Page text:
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Friday, April 16, 2021

A second dog crumb...from Abu Dhabi

Monica Elkhalifa lives in Abu Dhabi, United Arab Emirates. When her six-year-old Shiba Inu became impossible to entertain with long walks and toys, she taught him some new tricks. She says, "I just thought it would be fun to teach him a few numbers, just an exercise to keep him busy. I was overjoyed when he learned the number four. After that, he quickly learned five to ten. I had to develop new ideas to keep him mentally active and build on earlier lessons.
With a tap of his paw, Akira, who knows more than 90 words, can also do simple addition problems by pointing to the card with the correct answer. Shiba Inus are very clever and independent. Akira often looks behind the television to see where the people and animals are. He now trains five times a week, in ten minute sessions, and Monica says he looks forward to it and it's making him more calm. The next challenge is to master subtraction.

Thursday, April 15, 2021

Thumbs up means she's a good girl.

A 10-year-old Norfolk collie named Peggy was unable to continue herding sheep when she became deaf at age 8. Peggy's owner subsequently relinquished her to the care of a local animal shelter, where animal welfare manager Chloe Shorten and her husband Jason took her home. They already had two other sheepdogs, and soon realized that Peggy wasn't happy woolgathering, so they came up with another solution.
Chloe remembers, "We started by teaching her to look at us for hand signals." Peggy eventually learned to respond to body language instead of traditional verbal commands. Chloe says it took time for Peggy to "learn that we love her, and understand our praise." These days, while Peggy is semi-retired, she still heads out with the flock from time to time, happy in the knowledge that a "thumbs up" means she's a good girl.

Wednesday, April 14, 2021

"They were my kids. They still are."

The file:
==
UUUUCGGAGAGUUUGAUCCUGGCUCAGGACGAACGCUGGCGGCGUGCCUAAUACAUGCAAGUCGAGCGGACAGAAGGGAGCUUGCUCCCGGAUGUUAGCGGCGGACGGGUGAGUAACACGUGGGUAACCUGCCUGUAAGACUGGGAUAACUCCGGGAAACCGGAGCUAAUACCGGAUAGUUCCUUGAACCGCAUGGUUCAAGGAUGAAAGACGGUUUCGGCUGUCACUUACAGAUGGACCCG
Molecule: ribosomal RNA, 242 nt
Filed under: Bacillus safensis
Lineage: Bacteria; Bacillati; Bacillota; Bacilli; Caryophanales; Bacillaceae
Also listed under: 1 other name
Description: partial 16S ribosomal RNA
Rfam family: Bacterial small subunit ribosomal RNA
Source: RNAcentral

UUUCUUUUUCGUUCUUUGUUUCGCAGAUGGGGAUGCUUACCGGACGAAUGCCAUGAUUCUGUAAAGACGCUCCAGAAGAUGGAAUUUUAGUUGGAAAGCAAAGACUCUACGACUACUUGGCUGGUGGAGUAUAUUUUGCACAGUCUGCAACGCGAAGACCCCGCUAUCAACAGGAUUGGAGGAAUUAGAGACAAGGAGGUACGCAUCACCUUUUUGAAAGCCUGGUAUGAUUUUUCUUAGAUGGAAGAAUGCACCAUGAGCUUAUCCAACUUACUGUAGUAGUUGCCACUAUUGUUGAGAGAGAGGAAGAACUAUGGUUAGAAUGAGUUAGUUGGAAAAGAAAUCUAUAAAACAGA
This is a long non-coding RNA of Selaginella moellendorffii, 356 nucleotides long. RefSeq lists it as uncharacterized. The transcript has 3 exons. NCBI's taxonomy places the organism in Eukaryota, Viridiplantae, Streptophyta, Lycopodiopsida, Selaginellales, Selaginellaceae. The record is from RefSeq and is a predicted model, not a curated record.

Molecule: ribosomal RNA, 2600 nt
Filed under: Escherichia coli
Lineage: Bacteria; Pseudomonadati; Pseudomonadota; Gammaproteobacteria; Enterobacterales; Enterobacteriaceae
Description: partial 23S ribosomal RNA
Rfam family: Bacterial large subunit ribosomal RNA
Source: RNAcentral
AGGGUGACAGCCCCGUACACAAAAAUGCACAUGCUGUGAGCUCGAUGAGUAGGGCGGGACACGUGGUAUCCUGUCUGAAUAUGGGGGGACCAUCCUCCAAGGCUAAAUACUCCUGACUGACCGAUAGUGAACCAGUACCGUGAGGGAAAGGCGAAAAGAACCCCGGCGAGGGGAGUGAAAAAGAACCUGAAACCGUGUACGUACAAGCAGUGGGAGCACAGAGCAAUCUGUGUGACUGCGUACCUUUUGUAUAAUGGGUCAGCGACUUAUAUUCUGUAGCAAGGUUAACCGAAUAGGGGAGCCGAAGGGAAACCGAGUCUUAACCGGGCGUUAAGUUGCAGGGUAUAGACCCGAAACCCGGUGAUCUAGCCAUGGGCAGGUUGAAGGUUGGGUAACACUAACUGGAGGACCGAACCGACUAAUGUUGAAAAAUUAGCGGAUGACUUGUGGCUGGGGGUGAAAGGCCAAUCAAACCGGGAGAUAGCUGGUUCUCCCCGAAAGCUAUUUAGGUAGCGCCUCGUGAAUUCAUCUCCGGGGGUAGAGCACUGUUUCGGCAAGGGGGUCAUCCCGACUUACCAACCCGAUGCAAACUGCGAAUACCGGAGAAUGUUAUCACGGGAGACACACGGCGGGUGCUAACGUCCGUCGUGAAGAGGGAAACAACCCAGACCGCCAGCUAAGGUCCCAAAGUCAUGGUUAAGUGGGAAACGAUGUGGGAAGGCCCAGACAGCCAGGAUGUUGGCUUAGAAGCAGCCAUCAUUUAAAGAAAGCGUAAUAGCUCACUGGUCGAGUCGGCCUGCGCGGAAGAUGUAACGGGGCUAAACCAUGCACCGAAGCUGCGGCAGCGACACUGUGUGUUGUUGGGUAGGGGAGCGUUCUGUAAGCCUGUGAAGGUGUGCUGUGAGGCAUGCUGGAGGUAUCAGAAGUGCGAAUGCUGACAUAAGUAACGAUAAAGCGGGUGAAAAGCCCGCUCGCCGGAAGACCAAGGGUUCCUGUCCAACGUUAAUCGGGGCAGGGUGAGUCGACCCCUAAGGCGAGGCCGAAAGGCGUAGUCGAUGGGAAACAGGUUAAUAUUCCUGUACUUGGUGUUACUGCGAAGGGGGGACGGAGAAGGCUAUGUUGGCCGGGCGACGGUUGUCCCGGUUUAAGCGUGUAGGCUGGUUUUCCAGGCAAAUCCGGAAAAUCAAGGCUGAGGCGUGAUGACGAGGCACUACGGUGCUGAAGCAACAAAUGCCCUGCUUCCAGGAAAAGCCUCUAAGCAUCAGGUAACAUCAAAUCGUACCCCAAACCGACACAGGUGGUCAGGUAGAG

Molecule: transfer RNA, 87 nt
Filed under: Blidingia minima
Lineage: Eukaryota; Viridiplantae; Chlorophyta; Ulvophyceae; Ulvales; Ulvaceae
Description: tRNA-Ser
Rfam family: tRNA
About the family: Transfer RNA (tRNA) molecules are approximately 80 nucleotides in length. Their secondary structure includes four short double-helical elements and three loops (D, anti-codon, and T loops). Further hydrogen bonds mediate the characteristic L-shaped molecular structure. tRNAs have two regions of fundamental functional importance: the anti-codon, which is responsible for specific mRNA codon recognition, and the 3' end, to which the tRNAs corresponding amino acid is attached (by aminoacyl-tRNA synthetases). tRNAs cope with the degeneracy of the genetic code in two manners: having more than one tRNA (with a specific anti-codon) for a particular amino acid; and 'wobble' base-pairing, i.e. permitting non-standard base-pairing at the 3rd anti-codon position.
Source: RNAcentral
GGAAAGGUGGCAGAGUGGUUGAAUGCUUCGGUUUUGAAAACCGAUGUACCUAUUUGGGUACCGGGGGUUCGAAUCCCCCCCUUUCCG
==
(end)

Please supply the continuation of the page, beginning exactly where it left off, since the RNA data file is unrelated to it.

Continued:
A group of Louisiana State University fraternity brothers always felt their fraternity house cook was like a mother. So when they discovered she has been working two jobs to pay off her mortgage, they decided to help. Alumnae of Phi Gamma Delta learned their former cook, Jessie Hamilton, now 73, had 16 years left on her mortgage. To make the payments, she was working as a cleaner at Baton Rouge Memorial Airport, and as a cook at a country club. She needed $45,000 to pay it off.
During her years at the FIJI house, from 1982 to 1996, Hamilton, a single mother of three, would start her day at 4 a.m. to get to campus in time to have the boys breakfast, lunch and dinner ready. She was a listening ear, who also drove them to doctor's appointments. She stayed in touch with some of them, including Andrew Fusaiotti, 52, who owns a car dealership in Mobile, Alabama. When he heard of her need, he alerted his fraternity brothers, and in the end, 91 brothers donated an average of $560 each to give their former cook $51,765 -- enough to pay off her mortage plus $6,765 to enjoy. She said, "They used to tell me they loved me, and now they've proved it."

Tuesday, April 13, 2021

Who would keep them together?

It all began in January, 2019, as Pam Willis scanned Facebook. She saw a post titled "Seven Siblings in Need of Forever Home." She says it hit her "like a ton of bricks." The children's parents had died in a car accident one year earlier, and they had been placed in foster care. Pam tagged her husband Gary on the post. By day's end, they decided to adopt them ALL. "If not us, then who?" she asked. "Who would keep them together?"